As a health practitioner, baby planner and single mom, I understand the challenges and stressors that can affect an expectant mom in preparation for birth — trust me, I’ve been there! Your baby is soon to arrive and the excitement is present, but along with that excitement can come many different emotions — some easy to cope with, and some not. You may be feeling anxious and stressed with a lot of questions and uncertainties weighing on your mind. Will I feel pain? How long will my labor last? Will my baby be OK? What if he/she is not breathing? What if the cord is wrapped around his/her neck? What if I have complications? Will I be able to handle motherhood?

As an expectant mom, your first reaction may be to hide these uncomfortable feelings — you may feel ashamed or embarrassed to share them. Giving birth is our natural birthright, however, that does not mean we also don’t have the freedom to experience some fears or doubts. Suppressing such feelings of anxiety and stress can not only take a toll on your body, but on your baby as well. It’s important to be aware of your fears, anxieties and stressors — and to address them. Doing so will only improve the health of you and your baby, and the outcome of your birth.

How do stress and anxiety affect a pregnant woman and her baby?

When an expectant mom feels anxious and stressed, her nervous system causes physiological changes in her body. Adrenaline and the stress hormone, cortisol, release into her bloodstream, causing her body to react in a fight-or-flight response. As a result, her digestive system slows down, which prevents essential nutrients from being absorbed into her body and passed on to her baby. Her muscles become very tense, making it difficult to think clearly and relax. These physiological changes can lead to premature labor, or even complications during labor.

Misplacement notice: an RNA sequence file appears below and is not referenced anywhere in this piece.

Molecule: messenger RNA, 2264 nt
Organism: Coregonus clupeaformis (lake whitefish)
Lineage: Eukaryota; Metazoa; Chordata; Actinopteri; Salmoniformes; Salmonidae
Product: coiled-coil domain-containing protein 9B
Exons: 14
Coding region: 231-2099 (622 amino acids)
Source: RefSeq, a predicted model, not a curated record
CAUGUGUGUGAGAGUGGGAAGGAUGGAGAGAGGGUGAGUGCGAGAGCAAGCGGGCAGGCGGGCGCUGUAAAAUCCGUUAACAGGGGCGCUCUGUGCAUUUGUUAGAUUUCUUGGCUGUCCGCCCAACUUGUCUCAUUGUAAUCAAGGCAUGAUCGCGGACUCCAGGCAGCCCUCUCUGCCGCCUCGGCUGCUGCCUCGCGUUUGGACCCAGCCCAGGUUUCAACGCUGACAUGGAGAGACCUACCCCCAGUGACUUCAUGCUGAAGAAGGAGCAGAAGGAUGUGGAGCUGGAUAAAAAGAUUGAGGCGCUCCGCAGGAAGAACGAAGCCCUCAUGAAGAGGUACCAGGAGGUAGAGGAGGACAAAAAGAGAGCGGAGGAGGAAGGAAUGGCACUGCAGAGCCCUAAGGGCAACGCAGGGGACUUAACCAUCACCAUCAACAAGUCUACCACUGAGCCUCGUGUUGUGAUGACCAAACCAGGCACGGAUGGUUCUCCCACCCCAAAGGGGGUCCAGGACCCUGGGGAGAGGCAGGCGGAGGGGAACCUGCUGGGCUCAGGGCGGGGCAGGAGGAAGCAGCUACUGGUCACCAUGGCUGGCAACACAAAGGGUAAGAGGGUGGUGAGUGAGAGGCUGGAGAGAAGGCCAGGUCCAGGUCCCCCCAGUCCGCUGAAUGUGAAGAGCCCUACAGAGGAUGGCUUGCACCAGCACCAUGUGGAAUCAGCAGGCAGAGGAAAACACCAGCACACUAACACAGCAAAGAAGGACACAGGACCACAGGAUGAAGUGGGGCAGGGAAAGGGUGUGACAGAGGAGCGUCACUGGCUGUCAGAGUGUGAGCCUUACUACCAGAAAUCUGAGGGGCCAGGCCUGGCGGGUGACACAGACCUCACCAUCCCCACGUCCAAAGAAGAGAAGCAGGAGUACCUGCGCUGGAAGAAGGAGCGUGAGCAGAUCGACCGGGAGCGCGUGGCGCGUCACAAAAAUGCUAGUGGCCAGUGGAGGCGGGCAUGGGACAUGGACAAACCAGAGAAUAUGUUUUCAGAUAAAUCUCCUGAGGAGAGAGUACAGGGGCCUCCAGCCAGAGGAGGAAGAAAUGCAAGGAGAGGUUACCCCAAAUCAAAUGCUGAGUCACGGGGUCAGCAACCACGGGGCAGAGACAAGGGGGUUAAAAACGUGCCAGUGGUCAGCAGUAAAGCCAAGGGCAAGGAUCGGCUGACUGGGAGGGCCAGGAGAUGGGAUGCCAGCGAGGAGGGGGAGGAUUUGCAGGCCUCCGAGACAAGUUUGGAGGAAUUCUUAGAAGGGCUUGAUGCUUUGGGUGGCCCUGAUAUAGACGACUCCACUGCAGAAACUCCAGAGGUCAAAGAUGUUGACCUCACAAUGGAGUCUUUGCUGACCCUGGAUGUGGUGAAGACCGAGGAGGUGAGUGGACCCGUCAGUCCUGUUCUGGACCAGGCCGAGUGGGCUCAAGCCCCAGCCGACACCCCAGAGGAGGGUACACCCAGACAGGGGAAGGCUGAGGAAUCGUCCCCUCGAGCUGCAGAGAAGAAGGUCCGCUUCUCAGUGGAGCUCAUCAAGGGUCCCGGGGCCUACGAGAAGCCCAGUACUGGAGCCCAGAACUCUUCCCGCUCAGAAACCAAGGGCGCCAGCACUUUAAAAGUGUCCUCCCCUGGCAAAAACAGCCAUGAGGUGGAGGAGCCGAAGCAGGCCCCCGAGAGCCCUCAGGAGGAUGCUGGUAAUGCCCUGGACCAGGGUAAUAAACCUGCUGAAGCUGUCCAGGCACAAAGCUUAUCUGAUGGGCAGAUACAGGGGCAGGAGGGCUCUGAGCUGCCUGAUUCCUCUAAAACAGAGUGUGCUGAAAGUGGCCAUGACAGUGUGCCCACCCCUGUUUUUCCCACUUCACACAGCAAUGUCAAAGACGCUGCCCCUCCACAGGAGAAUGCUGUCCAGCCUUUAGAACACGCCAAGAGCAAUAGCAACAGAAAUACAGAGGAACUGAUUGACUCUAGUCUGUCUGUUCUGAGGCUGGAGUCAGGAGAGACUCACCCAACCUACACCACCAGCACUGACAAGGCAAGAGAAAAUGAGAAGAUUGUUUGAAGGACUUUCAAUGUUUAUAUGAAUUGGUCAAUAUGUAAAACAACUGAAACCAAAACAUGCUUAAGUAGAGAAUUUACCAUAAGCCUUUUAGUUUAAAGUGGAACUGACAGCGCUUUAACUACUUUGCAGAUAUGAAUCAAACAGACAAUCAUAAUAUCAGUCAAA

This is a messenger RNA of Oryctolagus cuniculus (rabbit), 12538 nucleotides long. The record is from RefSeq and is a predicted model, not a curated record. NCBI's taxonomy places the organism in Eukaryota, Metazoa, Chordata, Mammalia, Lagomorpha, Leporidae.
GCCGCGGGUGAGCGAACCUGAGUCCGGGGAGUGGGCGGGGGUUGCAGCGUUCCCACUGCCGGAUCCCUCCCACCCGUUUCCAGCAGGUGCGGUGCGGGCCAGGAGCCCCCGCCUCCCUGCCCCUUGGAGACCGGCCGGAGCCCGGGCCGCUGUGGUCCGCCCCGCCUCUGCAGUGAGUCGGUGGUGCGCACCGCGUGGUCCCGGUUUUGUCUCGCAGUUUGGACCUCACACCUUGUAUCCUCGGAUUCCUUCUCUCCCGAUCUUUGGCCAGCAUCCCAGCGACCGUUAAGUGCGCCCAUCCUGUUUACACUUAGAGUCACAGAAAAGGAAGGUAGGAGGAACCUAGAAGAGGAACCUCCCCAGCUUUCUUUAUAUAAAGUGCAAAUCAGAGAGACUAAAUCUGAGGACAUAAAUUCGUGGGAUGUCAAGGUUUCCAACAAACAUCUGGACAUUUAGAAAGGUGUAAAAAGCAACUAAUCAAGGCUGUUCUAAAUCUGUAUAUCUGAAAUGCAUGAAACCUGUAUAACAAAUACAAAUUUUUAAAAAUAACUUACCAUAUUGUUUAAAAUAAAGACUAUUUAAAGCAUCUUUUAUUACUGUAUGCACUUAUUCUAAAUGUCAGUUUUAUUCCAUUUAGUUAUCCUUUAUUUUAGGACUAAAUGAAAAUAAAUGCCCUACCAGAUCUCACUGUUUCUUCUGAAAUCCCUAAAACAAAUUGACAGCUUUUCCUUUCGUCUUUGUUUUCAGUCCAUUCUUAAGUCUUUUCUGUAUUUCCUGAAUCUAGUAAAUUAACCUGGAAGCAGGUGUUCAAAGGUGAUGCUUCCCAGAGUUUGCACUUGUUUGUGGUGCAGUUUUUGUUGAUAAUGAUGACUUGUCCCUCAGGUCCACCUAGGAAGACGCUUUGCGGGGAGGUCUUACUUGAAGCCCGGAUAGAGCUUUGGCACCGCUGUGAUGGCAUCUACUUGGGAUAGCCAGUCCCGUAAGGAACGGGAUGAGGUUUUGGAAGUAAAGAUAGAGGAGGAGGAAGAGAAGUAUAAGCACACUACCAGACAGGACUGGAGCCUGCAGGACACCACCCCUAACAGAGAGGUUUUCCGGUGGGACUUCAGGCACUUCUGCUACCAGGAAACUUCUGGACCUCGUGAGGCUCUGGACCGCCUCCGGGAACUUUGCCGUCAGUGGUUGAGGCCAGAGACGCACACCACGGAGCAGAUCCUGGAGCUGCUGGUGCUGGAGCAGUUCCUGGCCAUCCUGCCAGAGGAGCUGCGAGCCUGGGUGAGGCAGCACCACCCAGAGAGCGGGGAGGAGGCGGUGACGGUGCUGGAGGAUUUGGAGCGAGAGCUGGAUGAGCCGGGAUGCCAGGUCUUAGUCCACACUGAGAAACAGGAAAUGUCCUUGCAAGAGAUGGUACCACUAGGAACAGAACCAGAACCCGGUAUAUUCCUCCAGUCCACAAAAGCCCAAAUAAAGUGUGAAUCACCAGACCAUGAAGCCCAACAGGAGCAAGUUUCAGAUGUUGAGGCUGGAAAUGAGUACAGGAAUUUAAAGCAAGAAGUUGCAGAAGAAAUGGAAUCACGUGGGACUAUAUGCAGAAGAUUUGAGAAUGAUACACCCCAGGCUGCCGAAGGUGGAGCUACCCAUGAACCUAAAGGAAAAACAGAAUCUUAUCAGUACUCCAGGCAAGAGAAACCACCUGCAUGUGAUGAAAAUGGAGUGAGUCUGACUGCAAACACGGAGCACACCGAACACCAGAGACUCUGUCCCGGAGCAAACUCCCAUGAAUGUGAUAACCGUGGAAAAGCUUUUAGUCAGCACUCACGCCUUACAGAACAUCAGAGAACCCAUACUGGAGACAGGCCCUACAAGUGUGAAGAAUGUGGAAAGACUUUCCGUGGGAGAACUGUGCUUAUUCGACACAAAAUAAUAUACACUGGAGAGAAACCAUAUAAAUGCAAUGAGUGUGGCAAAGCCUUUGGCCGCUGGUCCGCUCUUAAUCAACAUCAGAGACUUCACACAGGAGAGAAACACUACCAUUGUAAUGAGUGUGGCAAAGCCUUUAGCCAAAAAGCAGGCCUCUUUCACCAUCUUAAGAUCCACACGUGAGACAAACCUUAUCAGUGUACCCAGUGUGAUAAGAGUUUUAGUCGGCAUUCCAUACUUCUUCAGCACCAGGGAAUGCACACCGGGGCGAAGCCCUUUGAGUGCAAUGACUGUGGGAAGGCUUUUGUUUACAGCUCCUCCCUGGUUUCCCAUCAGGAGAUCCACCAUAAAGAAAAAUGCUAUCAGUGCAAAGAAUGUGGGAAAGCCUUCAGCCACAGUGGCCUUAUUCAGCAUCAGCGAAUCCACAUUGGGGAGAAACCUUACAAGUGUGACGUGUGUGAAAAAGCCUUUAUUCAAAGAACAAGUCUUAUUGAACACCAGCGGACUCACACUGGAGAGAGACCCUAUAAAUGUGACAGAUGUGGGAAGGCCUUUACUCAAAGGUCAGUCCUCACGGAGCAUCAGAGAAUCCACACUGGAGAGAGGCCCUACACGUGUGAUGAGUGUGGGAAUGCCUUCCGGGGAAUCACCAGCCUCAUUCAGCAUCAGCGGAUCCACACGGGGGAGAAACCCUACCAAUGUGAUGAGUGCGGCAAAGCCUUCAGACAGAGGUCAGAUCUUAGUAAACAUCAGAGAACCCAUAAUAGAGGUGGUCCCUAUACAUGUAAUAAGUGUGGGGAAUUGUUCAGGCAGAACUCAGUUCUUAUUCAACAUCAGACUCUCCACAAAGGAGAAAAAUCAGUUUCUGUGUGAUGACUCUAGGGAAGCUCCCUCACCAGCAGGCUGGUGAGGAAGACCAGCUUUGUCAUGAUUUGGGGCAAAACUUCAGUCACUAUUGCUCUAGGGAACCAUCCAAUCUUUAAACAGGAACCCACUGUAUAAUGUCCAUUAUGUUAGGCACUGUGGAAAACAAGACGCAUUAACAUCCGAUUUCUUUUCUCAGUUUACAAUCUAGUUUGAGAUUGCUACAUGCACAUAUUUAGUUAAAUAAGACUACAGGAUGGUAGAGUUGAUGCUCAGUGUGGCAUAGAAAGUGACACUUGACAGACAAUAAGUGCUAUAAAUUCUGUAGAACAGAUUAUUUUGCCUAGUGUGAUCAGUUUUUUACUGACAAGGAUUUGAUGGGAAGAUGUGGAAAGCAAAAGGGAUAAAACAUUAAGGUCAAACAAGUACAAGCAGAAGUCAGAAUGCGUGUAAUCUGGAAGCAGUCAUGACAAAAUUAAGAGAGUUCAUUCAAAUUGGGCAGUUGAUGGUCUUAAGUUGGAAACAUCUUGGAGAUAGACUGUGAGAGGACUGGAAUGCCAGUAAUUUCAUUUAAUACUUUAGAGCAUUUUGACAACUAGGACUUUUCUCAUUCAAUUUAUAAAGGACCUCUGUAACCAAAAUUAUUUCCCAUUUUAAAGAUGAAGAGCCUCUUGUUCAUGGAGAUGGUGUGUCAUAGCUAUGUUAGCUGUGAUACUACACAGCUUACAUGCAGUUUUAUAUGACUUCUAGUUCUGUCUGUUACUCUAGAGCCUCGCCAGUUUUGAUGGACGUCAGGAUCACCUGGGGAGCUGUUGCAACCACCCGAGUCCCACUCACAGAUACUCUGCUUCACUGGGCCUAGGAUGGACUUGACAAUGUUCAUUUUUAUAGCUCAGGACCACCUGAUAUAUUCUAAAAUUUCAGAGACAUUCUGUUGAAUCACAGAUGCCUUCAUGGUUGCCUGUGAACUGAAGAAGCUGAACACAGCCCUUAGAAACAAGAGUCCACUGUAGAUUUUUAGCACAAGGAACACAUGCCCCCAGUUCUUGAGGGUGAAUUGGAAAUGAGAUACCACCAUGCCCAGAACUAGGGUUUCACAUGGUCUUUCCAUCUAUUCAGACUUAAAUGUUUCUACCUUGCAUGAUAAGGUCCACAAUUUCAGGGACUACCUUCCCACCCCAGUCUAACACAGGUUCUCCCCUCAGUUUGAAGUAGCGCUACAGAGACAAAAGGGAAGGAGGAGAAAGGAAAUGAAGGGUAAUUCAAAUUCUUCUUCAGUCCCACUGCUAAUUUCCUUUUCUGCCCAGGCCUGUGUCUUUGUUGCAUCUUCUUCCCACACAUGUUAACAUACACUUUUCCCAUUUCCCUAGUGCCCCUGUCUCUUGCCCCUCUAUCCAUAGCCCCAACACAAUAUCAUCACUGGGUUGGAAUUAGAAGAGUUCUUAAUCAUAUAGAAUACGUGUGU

Babies exposed to a variety of stress hormones, toxins and malnutrition inside the womb may develop a host of problems during their fetal growth and after they are born. Their bodies have to undergo certain biological changes in order to cope with a high-stress environment. In October of 2009, The UK Times reported new research that shows exactly how stress can harm a baby’s development, and how that stress can lead to long-term problems.

According to research by Vivette Glover, a professor of perinatal psychobiology, maternal anxiety affects the placenta by reducing the activity of the main barrier enzyme that hinders the hormone cortisol from reaching the fetus. The babies of women who were stressed during pregnancy had lower birth weights, lower IQs, slower cognitive development, and more anxiety than those born to the other women in the study.

How can women cope, and prevent stress and anxiety?

When I was pregnant, I found a few things essential to my (and my baby’s) well-being.

Acceptance

I had to accept and feel comfortable with my feelings, and not to try to resist them. It is perfectly normal to have some doubts or fears surrounding labor, especially if you are a first-time parent. Once you allow and invite your feelings to be present, you will be able to take the steps you need to take care of yourself and your baby, while reducing — if not eliminating — stress all together.

Support